PHOTO COURTESY OF GARRY KESSLER
Winter in Westborough: A snow-covered trail beckons at the Bowman Conservation Area.
January 6, 2006, Page 16
By ANNIE REID
Westborough Community Land Trust
Think you know nature?
A Nature Notes quiz
Remember nature? You know, all that stuff outside that's alive?
Nature can seem like a dim memory when we're more or less housebound, especially after the early snows we had in December. Turn your thoughts toward greener, lusher times and refresh your memory with the second yearly Nature Notes quiz, featuring plants and animals of Westborough.
Below you'll find a list of short descriptions of plants and animals from Nature Notes columns published in the News in 2005. Match these descriptions with the plants and animals in the list of possible answers that follows.
To check your answers, consult the Nature Notes Answer Key on page 19. It also lists the 2005 column that's relevant to each answer. Read past columns on the Westborough Community Land Trust web site at www.westboroughlandtrust.org/NatureNotes.php
Match these descriptions with answers from the list below:
1. Its crushed leaves have a pleasant and familiar scent and taste, even in the winter.
2. It is named for a legendary traveling Native American medicine man.
3. This climbing vine with small purple flowers and red berries is related to tomatoes, potatoes, eggplants, peppers, and tobacco.
4. It grows in Cedar Swamp and serves as food for caterpillars of the Hessel's hairstreak butterfly, a species of special concern in Massachusetts.
5. This bird can hover and fly backward, sideways, up, down, and even upside down.
6. This wild orchid has a checkerboard pattern on its leaves and tiny blossoms that are as small as an adult's little fingernail.
7. Its versatile tail is about as long as its body.
8. It's a fearsome and silent night-time predator that sometimes nests on Mill Pond.
9. It's an unusual-looking fungus that grows in grassy areas in Westborough in the fall.
10. It is famous for its foul odor.
11. Its furry-looking flowers are an early sign of spring-—look for them in February!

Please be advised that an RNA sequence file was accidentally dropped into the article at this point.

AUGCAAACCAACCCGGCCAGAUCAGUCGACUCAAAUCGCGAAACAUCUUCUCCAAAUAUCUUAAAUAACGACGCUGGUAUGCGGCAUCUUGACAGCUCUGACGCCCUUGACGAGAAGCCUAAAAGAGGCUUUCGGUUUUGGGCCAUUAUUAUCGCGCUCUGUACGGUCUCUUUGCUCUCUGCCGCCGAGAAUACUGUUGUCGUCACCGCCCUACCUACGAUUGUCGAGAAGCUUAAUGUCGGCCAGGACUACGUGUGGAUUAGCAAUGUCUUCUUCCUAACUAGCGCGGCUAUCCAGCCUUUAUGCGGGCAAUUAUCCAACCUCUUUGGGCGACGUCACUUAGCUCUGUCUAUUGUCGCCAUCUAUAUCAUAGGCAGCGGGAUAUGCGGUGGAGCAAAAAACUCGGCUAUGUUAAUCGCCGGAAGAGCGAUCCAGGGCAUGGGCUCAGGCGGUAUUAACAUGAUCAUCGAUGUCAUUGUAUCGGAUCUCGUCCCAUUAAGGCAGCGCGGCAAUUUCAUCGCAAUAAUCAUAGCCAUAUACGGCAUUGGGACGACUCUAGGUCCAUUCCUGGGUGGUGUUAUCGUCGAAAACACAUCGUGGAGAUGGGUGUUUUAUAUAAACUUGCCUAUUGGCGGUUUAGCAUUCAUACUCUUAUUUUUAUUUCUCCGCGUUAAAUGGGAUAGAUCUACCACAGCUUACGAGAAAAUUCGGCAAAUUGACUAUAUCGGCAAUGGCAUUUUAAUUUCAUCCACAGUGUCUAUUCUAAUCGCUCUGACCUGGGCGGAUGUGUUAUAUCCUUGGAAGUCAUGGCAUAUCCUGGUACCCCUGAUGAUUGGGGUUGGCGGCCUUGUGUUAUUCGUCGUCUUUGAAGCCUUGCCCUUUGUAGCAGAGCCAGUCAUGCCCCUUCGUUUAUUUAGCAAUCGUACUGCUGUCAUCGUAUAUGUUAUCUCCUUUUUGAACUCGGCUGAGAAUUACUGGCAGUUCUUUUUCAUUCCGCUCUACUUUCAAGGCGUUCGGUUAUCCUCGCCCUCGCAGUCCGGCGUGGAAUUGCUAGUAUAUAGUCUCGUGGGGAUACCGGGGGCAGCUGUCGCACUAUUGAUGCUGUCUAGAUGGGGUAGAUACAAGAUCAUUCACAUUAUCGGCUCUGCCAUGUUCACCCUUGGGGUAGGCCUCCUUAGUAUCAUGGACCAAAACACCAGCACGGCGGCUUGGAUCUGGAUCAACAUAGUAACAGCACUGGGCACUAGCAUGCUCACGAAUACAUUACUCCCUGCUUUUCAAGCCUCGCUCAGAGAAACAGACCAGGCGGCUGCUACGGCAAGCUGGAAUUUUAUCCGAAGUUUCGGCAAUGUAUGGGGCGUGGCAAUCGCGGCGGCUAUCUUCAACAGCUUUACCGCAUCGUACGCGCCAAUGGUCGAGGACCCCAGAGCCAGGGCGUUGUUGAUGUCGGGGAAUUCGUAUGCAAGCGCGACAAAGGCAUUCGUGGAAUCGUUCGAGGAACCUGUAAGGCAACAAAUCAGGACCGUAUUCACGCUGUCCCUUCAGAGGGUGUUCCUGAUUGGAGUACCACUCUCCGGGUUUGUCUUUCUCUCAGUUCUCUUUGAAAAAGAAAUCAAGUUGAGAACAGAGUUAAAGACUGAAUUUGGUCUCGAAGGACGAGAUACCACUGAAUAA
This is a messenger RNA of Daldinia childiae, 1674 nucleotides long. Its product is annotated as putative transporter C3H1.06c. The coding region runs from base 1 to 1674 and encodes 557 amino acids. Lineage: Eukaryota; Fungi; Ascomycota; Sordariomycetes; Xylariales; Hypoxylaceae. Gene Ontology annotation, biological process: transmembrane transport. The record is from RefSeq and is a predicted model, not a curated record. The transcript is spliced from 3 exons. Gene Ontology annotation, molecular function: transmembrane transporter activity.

12. Local populations of this bird, which is not native to Massachusetts, have lost their urge to migrate.
13. It has thick white sap and its leaves are food for caterpillars of the monarch butterfly.
14. This tool-using bird has the surprising habit of using bait to catch fish.
15. This first butterfly of spring spends the winter in a kind of hibernation.
16. Its scarlet blossoms are especially well-suited for hummingbirds, which are their chief pollinators.
17. This Massachusetts native is smarter than most people think!
18. This evergreen shrub with dark pink blossoms was toxic to sheep and other animals that early New Englanders kept in pastures.
19. The flowers of this fall orchid look as if they are braided into the stem.
20. This bird is named for its sad-sounding coo, which it uses to stake out a territory and attract a mate.
21. It's a fungus that infects wild mushrooms, producing lobster mushrooms.
22. This springtime wildflower has purple blossoms, blue pollen, beak-like seed capsules, and a name that suggests a popular plant for flowerboxes and hanging pots.
-Atlantic white cedar (Chamaecyparis thyoides)
-Bittersweet nightshade (Solanum dulcamara)
-Canada goose (Branta canadensis)
-Cardinal flower (Lobelia cardinalis)
-Checkerberry (Gaultheria procumbens)
-Common milkweed (Asclepias syriaca)
-Downy rattlesnake-plantain (Goodyera pubescens)
-Eastern gray squirrel (Sciurus carolinensis)
-Great horned owl (Bubo virginianus)
-Green heron (Butorides virescens)
-Mourning cloak (Nymphalis antiopa)
-Mourning dove (Zenaida macroura)
-Nodding ladies'-tresses (Spiranthes cernua)
-Orange mushroom pimple (Hypomyces lactifluorum)
-Pasture puffball (Calvatia cyathiformis)
-Pussy willow (Salix discolor)
-Ruby-throated hummingbird (Archilochus colubris)
-Sheep-laurel (Kalmia angustifolia)
-Skunk cabbage (Symplocarpus foetidus)
-Spotted Joe-Pye-weed (Eupatorium maculatum)
-Wild geranium (Geranium maculatum)
-Wild turkey (Meleagris gallopavo)
Go to Answer Key on page 19.